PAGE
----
In recent years as the popularity of 100-mile and longer ultramarathons has continued to grow, I have observed an interesting shift — a decline in the popularity of the 50-mile race. Certainly, there are still some great 50 milers out there. Two of the largest ultras in the U.S. are 50 milers — the American River 50 Mile and JFK 50 Mile — and there are several classic 50 milers still around, such as the Dick Collins Firetrails 50 Mile, Man Against Horse 50 Mile, Mountain Masochist 50 Mile, and the Lookout Mountain 50 Mile. Nonetheless, the booming popularity of 100 milers as well as the qualification requirements for some of the most popular mega-races in the world has had a negative impact on some of the smaller, down-home 50 milers.
This phenomenon got me thinking about some of the classic 50-mile races that have gone by the wayside. Races that, at the time, were highlights on many runners’ calendars but have since ceased to exist. Of the many races that fit this description, there are three that I find particularly noteworthy.
For a handful of years in the early to mid-1980s, the place to be on the first Saturday in June was about 25 miles northeast of Nevada City, California, at the Malakoff Diggins State Historic Park for the running of the Nugget 50 Mile. Often used as a final tuneup for folks running the Western States 100 later in the month, the Nugget 50 Mile typically drew an enthusiastic field of runners to traverse the rolling and typically hot trails of this classic California Gold Country area.
Northern California ultra luminaries such as Rae Clark, Ann Trason, and Charles Savage, among others, were regulars at the Nugget and added to its lore as a key stop on the ultrarunning circuit at the time. Permitting issues with the state park and some conflicts with local landowners led to its demise.
The Crown King Scramble 50k has been a staple of the Arizona ultrarunning calendar for over 30 years. For eight years between 1997 and 2004, the Arizona Road Racers, long-time organizers of Crown King, added a 50-mile run to the mid-March festivities. With a 3 a.m. start, the 50-mile course wound through the high desert tucked below the Bradshaw Mountains, passing the historic Castle Hot Springs resort (which has since been renovated and returned to its former glory) before merging with the 50k course and ascending to the small, mining hamlet of Crown King.
I ran the Crown King 50 Mile as my first 50 miler in 1999. The race was won by legendary ultrarunner Eric Clifton and among the other top finishers were Paul Bonnet and the late, great Hopi runner Dennis Poolheco as well as Arizona stalwarts Tina Devine and Diane Ridgway. The challenge of securing volunteers and gaining access to such a remote area ultimately led to the end of the 50 miler. That said, I have it on good authority that some in the Arizona ultra community are interested in resurrecting the race. Stay tuned.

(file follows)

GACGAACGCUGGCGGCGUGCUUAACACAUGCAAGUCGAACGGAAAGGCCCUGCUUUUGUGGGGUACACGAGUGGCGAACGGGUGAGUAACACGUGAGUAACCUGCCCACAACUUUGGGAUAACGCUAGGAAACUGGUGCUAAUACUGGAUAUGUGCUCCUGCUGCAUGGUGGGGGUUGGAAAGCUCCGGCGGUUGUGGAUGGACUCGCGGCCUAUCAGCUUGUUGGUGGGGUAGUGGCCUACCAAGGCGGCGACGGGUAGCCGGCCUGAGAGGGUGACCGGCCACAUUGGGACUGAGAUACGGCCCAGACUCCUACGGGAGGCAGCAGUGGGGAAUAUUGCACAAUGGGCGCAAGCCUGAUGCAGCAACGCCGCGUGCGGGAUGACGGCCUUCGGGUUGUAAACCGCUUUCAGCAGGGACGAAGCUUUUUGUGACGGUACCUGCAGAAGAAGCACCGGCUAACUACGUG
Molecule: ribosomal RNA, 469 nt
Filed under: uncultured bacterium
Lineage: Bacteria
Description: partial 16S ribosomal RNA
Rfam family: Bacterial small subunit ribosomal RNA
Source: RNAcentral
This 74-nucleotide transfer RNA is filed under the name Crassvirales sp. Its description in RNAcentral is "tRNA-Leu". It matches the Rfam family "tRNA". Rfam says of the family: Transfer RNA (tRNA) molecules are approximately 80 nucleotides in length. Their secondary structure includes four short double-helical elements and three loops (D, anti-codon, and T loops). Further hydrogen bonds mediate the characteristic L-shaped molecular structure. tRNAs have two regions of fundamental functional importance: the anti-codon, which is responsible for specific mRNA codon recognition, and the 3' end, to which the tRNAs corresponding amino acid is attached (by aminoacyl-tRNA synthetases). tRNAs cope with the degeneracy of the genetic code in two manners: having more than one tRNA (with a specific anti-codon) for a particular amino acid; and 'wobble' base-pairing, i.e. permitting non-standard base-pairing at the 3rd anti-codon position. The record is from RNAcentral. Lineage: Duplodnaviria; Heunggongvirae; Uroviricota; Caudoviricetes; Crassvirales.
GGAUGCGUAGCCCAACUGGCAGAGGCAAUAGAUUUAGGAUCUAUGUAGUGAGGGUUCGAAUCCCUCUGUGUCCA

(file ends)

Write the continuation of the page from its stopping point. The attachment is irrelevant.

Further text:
The trails of the Marin Headlands in Northern California have long been a hotbed for ultra-trail runners and in 2007 The North Face established The North Face Endurance Challenge 50 Mile Championships on the beautiful trails on the edge of the Pacific Ocean. Offering a $10,000 prize for the winner, that first year’s race attracted top talent like Uli Steidl, Matt Carpenter, Leigh Schmitt, Lizzy Hawker, and Jenn Shelton. For the next 10 years, The North Face 50 Mile, as it was called by most, was arguably the most competitive ultramarathon in the world.
The all-time finishers list reads like a who’s who of ultrarunning stars. In addition to Steidl, Carpenter, Schmitt, Hawker, and Shelton, over the years François D’Haene, Ellie Greenwood, Dylan Bowman, Stephanie Howe, Zach Miller, Magda Boulet, and countless others made the trip to San Francisco to test their mettle against the world’s best.
An interesting side note about The North Face 50 Mile is that this was the first race that iRunFar provided live coverage for way back in 2009. The race was canceled due to fire in 2018 and the last running was in 2019, after which The North Face decided to pursue other things.
For those of us who’ve been around the sport for a while, we’ve seen races come and go. It’s just part of the sport. However, these three races, in particular, are definitely missed and stand as reminders of the special bond we trail runners have with the places where we roam — special places that connect us deeply to the environment and to one another.
AJW’s Beer of the Week
This week’s Beer of the Week comes from 1849 Brewing Company in Grass Valley, California. Their 1849 House Ale is a classic amber ale with a touch of maltiness and a deep chocolate flavor. With 5.3% ABV and 35 IBUs, 1849 House Ale is a balanced and tasty ale good for just about any occasion.
Call for Comments
- What are your favorite 50 milers — past and present?
- Is there another distance that you think doesn’t get enough love on the ultrarunning calendar?